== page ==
A new music video for the song “For What It’s Worth” by The Truth Untold was released on February 4, 2020.
Following the success of their 2019 video singles for “Easy Prey” and a rock cover of Adele’s “Rolling in the Deep”, the band is back with the third and final single from their debut EP “Other Side of the Story”.
The protagonists of the latest video are once again the two founding band members: Rose Cora Perry (vocals, guitar, songwriter) and Tyler Randall (drums).
The video depicts a love story between the two protagonists that is coming to an end. What the two lovers lack is not their feelings for each other, but “contact” with one another. It’s as though they’re living together, but equally apart.
HIM (portrayed by Randall) is too busy with his work, while HER (portrayed by Perry) is committed to travel. Their relationship is reduced to the use of a smartphone, that puts them in contact only sporadically. HIM appears tired of this routine and doesn’t even answer HER’s phone calls.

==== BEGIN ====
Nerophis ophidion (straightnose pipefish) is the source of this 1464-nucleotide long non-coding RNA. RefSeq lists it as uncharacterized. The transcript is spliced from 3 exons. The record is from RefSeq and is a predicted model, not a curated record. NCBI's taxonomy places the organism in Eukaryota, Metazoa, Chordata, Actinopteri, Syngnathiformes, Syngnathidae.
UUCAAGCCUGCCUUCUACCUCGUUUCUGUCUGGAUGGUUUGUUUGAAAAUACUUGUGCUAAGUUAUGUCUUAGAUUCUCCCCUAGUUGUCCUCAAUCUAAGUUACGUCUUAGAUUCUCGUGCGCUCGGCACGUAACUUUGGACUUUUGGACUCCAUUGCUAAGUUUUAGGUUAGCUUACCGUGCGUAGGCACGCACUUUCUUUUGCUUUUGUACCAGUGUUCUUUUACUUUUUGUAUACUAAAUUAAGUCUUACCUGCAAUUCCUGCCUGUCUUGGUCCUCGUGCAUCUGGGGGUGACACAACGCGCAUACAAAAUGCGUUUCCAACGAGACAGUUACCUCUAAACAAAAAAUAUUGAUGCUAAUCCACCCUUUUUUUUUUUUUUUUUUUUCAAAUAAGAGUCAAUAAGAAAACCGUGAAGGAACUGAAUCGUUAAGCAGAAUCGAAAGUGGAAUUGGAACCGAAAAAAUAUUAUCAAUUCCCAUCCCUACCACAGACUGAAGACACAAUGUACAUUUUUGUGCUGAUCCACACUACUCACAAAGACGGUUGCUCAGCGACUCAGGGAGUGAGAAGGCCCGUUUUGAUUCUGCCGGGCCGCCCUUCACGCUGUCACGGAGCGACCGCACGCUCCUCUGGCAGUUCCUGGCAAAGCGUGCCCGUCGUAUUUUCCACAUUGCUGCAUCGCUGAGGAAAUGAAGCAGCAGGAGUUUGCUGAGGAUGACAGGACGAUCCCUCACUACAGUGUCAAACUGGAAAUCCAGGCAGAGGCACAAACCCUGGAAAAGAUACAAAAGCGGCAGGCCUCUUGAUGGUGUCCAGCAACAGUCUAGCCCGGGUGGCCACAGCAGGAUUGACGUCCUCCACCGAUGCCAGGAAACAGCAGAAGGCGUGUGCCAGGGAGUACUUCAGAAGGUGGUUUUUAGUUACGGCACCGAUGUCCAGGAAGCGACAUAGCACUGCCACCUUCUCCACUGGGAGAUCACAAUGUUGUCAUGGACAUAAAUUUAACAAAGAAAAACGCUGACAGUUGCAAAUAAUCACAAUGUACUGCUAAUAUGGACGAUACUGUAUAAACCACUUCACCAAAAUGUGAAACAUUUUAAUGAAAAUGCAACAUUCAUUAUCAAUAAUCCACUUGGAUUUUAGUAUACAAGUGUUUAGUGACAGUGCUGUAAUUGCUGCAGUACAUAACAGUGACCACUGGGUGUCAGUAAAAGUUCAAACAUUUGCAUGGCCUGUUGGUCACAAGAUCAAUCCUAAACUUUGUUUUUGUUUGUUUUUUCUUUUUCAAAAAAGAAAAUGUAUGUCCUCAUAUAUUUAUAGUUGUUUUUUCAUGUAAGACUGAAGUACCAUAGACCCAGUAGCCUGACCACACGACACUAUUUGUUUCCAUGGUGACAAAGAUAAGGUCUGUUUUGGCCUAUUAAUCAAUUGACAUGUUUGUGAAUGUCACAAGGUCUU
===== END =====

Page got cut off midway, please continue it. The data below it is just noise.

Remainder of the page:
It seems that the two live in the same house, but the moments in which they are both home are few. The distance therefore between them is not only physical, but also psychic.
In the band’s previous video for “Easy Prey”, we saw references to the HIM and HER characters when that video’s protagonists were presented with notes that gave them each the option of saving themselves or one another (“You or HIM?”, “You or HER?”).
In “For What It’s Worth”, it’s clear that the band is again portraying these characters when Randall receives a letter from the female protagonist addressed to “HIM”. In a final effort to “reach” HIM, HER pens the lyrics to the song on a piece of paper. She approaches his office door to drop off the letter and knocks, but nobody opens. She passes the letter under his door.
He steps over the letter several times without realizing that it is lying there on the ground. Only at the end of the video he finds it, but it’s too late. She’s already gone.
The video for “For What It’s Worth” makes a clear statement about how different communication has become: the smartphone has allowed us to “move away” because of its video/audio advances – making real presence and face-to-face dialogue superfluous.
Instead, writing a letter on a sheet of paper takes us back to a time in the past, when “presence” was fundamental and written letters served to bring us closer to one another.